TRIPLE DAMAGE CLAIMS BY EMPLOYEES
To make life more interesting for those foolish enough to believe they can earn their living by being self-employed (and by employing others) the General Court in its infinite (and, undoubtedly, heavily union-influenced) wisdom added various triple damage provisions to the prevailing wage statute. These provisions were added in to various provisions by an act of 1993, effective July 1, 1993.
Now, as a part of the ‘police portion’ of the prevailing wage statutes - section 27 - when it is found by the Attorney General’s Office that a contractor or subcontractor has violated that section by failing to pay said rate or rates of wages or that a contractor or subcontractor has “for himself, or as representative, agent or officer of another” has taken or received a ‘rebate, refund or gratuity’, the Attorney General may upon written notice to the contractor or subcontractor and the sureties of the contractor or subcontractor order the work halted or that part of the contract in which the wage violation has occurred halted until the defaulting contractor or subcontractor has filed with the Attorney General’s Office a bond in the amount of such penal sum as the Attorney General shall determine, the condition of which bond is the payment of said rate or rates of wages including payments to the various health plans.
Moreover, any employee claiming to be aggrieved by a violation of section 27 may after ninety days has expired from the date of filing a complaint with the Attorney General to within three years of such violation institute and prosecute in his own name and on his own behalf a civil action for injunctive relief (to prevent further violations of the statute) and for damages incurred, including treble damages for any loss of wages and other benefits and any employee who prevails in such action shall be entitled to an award of the costs and reasonable attorneys’ fees.
The triple damage and attorneys’ fee provisions were also added in to several other sections of the prevailing wage statute.
For example, section 27 F of Chapter 149 - which relates to the lease, rental of trucks and other equipment for use on public works - also contains a similar provision, nearly identical to the new language added in to section 27: namely, within ninety days after the filing of a complaint with the Attorney General, one may file an action for injunctive relief, damages, including treble damages for any loss of wages and other benefits with a prevailing employee entitled to an award of costs and attorneys’ fees.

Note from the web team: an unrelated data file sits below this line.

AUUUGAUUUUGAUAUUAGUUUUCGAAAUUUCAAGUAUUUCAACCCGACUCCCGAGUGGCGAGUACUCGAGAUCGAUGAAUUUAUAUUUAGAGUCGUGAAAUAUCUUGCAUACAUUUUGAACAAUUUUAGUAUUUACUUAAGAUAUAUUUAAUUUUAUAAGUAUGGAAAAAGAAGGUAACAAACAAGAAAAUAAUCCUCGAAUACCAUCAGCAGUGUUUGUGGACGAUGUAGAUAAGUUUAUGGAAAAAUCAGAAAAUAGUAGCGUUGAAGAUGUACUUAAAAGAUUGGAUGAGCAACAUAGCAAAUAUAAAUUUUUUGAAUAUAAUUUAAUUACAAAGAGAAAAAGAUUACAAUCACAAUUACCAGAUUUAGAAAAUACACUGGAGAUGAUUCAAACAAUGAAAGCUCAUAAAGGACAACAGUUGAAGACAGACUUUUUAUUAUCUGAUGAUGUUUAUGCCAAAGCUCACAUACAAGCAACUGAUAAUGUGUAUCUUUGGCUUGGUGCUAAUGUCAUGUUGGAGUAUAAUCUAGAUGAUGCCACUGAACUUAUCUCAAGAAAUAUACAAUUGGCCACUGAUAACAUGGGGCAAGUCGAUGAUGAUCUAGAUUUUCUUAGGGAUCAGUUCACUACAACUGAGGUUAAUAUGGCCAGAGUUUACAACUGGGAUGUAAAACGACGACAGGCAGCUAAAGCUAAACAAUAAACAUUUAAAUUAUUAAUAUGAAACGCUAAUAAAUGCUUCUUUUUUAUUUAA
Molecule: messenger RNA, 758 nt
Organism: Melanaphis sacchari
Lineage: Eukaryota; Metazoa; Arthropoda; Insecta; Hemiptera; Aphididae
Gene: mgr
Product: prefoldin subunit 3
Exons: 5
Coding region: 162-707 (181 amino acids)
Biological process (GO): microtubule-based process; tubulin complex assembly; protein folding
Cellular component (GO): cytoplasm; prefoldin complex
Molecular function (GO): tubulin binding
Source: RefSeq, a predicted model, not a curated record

Section 27 G of Chapter 149, relating to contracts for the moving of office furniture and fixtures also now contains a similar procedure (and substantive right) as does section 27 H, which deals with contracts for maintenance of public buildings.
Members of the novitiates among our readers (meaning, those contractors who have not taken their final vows by being exposed to one or more cases in the superior court) might not be fully aware of the significance of either of the treble damage award or the reasonable attorneys’ fee provision.
Taking the latter first, a common misconception, which the Law Offices regretfully must often correct upon the commencement of a piece of legal activity, is an idea among customers that ‘to the winner belongs the spoils’. Meaning, that if one is able to last the two or three years or more required to get to trial in a superior court, if one wins, one becomes entitled to a reimbursement of one’s attorneys’ fees from the losing party. Such is usually not the case!